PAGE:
In application, glass products are processed at the glass grinding location 18. As described above, the glass products go through a grinding process, typically to finish the edges of the glass products. The grinding process produces a by-product of glass swarf, which typically falls to the floor during the grinding process. A flow of water 12 passes along the floor of the glass grinding location 18 to whisk the glass swarf away from the grinding site. As suggested above, the water flow through the grinding location 18 does not need to take this form. Rather, the water flow 12 through the glass grinding location 18 could be in the form of a periodic use of a hose or other water source to selectively generate a water flow to wash away the glass swarf from the floor.
After the glass swarf is removed from the grinding location 18, it transported, preferably by the water flow 12, a particle separation device 20. The particle separation device 20 can take a variety of forms, including a centrifugal separator, filter, or other mechanism that functions to remove particulate from a fluid.
At some point in the water flow path 12, a loosening agent is added to the water. The loosening agent is an additive that has the ability to reduce the tendency of glass swarf to accumulate and harden. One effective loosening agent is sodium bi-carbonate, though it is contemplated that other loosening agents could be used and are within the scope of this invention. The loosening agent can be added to the water flow and/or the glass swarf at several different locations in the process, provided that it is added in such as way as to reduce the tendency of the glass swarf to accumulate and harden. As illustrated in
The water flow 12 passes through the glass grinding location 18 picking up the glass swarf on the floor as it passes. The loosening agent in the water flow 12 reduces the tendency of the glass swarf to accumulate and harden, thereby making it less likely that the swarf will accumulate on the floor of the glass grinding area.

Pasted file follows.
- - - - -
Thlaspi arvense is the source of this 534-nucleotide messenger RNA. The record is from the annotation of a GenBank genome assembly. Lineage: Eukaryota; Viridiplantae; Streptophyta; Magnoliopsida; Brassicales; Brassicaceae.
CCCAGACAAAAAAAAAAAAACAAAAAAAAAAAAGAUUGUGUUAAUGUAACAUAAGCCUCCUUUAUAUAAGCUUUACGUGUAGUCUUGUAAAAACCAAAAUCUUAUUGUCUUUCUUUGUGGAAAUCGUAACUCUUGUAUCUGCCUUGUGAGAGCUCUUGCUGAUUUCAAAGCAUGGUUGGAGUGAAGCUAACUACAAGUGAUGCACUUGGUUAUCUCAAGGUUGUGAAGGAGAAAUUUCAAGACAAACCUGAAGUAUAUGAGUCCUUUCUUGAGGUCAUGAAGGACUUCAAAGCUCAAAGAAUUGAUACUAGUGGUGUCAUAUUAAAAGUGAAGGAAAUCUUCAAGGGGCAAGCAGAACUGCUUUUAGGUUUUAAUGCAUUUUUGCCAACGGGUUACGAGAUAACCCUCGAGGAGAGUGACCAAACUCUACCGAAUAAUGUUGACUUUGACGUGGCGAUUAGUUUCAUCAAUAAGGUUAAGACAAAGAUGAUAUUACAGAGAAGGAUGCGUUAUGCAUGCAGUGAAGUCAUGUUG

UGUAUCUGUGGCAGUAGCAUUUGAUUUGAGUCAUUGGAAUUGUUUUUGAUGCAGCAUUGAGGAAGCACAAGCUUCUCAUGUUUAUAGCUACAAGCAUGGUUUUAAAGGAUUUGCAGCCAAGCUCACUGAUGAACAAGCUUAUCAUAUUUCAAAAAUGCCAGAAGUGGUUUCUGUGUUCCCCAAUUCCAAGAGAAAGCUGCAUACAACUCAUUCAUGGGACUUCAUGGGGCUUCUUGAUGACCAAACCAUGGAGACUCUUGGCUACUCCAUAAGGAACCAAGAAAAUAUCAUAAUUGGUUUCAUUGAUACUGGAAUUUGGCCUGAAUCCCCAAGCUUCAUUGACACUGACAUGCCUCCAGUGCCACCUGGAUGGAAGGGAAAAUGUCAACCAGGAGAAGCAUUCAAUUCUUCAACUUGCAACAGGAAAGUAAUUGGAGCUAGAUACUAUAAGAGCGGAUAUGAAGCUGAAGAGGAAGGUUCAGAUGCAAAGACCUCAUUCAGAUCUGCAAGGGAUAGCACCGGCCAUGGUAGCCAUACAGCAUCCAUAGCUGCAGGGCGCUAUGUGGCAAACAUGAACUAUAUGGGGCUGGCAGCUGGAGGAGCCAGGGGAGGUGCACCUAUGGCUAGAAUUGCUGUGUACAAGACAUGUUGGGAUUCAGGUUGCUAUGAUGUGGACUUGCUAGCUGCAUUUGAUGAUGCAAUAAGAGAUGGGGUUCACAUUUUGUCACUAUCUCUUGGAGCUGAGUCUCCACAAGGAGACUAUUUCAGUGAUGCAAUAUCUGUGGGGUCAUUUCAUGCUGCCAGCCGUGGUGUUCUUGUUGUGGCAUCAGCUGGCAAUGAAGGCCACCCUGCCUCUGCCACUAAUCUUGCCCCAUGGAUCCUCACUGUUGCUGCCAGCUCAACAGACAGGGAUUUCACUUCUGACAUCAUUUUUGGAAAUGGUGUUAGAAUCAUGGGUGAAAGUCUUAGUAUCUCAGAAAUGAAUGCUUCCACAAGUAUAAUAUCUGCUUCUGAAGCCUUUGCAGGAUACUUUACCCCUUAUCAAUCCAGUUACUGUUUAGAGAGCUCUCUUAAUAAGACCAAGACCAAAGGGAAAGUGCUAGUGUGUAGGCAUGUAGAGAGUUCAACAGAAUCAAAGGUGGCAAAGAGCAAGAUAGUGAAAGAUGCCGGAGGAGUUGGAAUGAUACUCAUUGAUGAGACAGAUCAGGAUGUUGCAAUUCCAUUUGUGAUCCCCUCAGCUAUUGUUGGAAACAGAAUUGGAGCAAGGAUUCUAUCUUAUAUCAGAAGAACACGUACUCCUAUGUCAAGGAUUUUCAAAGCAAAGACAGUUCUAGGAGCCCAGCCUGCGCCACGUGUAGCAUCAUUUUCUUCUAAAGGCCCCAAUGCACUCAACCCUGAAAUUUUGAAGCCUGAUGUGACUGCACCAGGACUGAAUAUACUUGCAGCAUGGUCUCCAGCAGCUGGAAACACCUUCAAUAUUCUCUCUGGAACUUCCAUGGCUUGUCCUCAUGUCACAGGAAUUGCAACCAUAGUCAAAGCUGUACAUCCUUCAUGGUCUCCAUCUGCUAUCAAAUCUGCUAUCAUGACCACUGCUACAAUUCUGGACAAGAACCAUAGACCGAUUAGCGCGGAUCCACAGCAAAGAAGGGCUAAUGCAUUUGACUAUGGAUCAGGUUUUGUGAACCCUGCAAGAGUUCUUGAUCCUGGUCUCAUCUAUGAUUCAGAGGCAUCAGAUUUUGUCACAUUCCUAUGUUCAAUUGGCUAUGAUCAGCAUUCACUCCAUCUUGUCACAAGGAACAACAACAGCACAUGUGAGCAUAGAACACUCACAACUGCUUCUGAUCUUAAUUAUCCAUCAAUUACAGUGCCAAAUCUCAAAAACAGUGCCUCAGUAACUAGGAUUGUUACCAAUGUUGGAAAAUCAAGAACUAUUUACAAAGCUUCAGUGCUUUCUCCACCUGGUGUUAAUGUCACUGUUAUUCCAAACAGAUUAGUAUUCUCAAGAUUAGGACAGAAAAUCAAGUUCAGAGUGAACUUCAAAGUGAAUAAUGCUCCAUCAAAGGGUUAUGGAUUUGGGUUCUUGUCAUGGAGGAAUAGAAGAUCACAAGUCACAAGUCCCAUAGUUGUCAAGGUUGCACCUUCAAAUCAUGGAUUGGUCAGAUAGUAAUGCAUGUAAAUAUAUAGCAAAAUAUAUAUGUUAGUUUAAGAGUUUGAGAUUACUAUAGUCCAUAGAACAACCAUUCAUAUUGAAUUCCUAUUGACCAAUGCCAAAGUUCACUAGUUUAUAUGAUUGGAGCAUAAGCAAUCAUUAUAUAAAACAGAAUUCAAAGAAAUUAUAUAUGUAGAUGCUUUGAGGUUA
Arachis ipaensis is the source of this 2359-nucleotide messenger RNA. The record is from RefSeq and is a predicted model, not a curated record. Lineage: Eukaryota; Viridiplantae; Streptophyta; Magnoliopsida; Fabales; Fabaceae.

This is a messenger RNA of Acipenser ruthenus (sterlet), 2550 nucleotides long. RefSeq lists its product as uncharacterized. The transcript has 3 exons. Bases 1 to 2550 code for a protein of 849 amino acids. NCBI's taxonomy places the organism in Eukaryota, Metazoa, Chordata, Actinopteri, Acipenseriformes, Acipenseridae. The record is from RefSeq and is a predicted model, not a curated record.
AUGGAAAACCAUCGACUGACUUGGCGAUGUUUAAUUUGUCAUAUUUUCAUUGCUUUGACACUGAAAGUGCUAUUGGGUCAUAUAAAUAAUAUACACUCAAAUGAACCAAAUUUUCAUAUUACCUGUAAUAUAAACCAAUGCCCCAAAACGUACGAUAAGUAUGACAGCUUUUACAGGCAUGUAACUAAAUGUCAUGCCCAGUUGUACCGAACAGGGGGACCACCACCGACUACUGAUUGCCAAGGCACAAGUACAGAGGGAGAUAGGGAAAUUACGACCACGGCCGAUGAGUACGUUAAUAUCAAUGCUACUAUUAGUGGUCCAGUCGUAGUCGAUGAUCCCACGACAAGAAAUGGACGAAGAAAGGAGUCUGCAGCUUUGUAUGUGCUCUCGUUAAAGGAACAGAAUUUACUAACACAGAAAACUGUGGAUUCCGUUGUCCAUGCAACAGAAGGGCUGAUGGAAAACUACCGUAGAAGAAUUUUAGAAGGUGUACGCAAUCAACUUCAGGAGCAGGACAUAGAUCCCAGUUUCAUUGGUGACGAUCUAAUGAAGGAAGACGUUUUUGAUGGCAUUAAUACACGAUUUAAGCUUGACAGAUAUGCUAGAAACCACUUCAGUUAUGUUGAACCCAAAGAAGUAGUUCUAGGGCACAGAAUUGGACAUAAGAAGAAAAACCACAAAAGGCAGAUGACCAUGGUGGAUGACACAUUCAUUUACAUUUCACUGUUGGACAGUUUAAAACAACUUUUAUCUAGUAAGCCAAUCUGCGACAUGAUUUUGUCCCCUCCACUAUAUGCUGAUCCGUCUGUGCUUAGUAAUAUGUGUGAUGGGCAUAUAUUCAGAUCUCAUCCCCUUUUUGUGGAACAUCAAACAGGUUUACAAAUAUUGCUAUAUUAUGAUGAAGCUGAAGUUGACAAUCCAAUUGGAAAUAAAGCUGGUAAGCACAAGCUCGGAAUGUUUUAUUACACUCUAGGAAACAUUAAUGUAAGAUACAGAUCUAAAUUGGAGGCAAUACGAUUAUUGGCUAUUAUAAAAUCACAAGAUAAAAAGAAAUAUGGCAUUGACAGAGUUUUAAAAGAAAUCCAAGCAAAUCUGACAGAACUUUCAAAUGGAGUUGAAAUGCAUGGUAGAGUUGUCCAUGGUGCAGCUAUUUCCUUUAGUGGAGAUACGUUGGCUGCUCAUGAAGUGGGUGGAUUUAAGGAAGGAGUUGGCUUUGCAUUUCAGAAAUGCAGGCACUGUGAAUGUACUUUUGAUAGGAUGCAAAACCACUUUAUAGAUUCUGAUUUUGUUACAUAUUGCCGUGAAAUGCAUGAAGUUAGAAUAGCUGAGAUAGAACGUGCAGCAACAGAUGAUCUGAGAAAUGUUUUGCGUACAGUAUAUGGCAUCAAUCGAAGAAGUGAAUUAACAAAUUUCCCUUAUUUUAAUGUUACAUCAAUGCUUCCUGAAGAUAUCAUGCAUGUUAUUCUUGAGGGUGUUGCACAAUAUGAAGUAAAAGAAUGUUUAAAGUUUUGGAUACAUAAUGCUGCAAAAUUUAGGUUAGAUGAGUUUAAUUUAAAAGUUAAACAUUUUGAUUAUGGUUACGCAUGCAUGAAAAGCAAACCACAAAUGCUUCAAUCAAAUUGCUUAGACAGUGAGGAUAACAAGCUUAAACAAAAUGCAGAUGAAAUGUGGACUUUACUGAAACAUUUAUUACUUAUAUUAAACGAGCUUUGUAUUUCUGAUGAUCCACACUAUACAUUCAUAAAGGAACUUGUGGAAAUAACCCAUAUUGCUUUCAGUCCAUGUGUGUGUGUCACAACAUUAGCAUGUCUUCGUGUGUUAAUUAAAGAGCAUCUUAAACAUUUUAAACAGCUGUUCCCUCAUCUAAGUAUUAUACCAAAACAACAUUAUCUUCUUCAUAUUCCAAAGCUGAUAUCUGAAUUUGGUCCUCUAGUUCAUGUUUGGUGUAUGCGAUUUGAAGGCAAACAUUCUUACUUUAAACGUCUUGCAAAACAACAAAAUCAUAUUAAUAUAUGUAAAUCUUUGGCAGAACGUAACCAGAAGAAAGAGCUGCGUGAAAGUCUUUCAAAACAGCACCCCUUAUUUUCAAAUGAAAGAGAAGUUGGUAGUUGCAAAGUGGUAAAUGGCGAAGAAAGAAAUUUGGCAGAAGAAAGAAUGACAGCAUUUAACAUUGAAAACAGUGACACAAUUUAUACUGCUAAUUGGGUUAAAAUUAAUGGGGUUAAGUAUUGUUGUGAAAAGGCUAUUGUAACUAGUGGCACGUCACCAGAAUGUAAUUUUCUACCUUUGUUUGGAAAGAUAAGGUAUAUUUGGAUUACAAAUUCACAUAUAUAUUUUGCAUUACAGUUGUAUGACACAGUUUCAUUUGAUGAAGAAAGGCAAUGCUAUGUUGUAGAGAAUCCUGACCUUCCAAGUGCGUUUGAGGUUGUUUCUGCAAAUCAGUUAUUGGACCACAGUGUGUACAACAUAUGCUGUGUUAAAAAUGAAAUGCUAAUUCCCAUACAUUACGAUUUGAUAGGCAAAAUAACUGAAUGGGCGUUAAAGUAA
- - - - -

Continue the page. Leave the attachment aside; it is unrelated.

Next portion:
The water flow 12 (with the swarf particulate) typically passes through floor drains (not shown) to the particle separation area 20. The swarf particulate is then separated from the water, and the swarf particulate is disposed of at reference numeral 22. The water flow (without the swarf particulate) then typically passes to the waste water treatment location 14, where the water is filtered and otherwise treated according to known methods. The loosening agent is typically removed from the water flow 12 at the waste water treatment area 14. The treated water is then recycled through the water flow path 12 as described above.
The presence of the loosening agent in the water flow decreases the likelihood that the glass swarf will accumulate and harden in the various locations, including on the floor of the glass grinding area, in the floor drains, and in the particle separation equipment. As a result, the loosening agent eliminates the need for expensive and time-consuming processes for removing and disposing of hardened glass swarf. Moreover, the loosening agent reduces maintenance costs associated with the various equipment because it is less likely that glass swarf will cause such equipment to break down.
While the present invention has been particularly shown and described with reference to the foregoing preferred and alternative embodiments, those skilled in the art will understand that many variations may be made therein without departing from the spirit and scope of the invention as defined in the following claims. This description of the invention should be understood to include all novel and non-obvious combinations of elements described herein, and claims may be presented in this or a later application to any novel and non-obvious combination of these elements. The foregoing embodiments are illustrative, and no single feature or element is essential to all possible combinations that may be claimed in this or a later application. Where the claims recite “a” or “a first” element of the equivalent thereof, such claims should be understood to include incorporation of one or more such elements, neither requiring nor excluding two or more such elements. Further, the use of the words “first”, “second”, and the like do not alone imply any temporal order to the elements identified. The invention is limited by the following claims.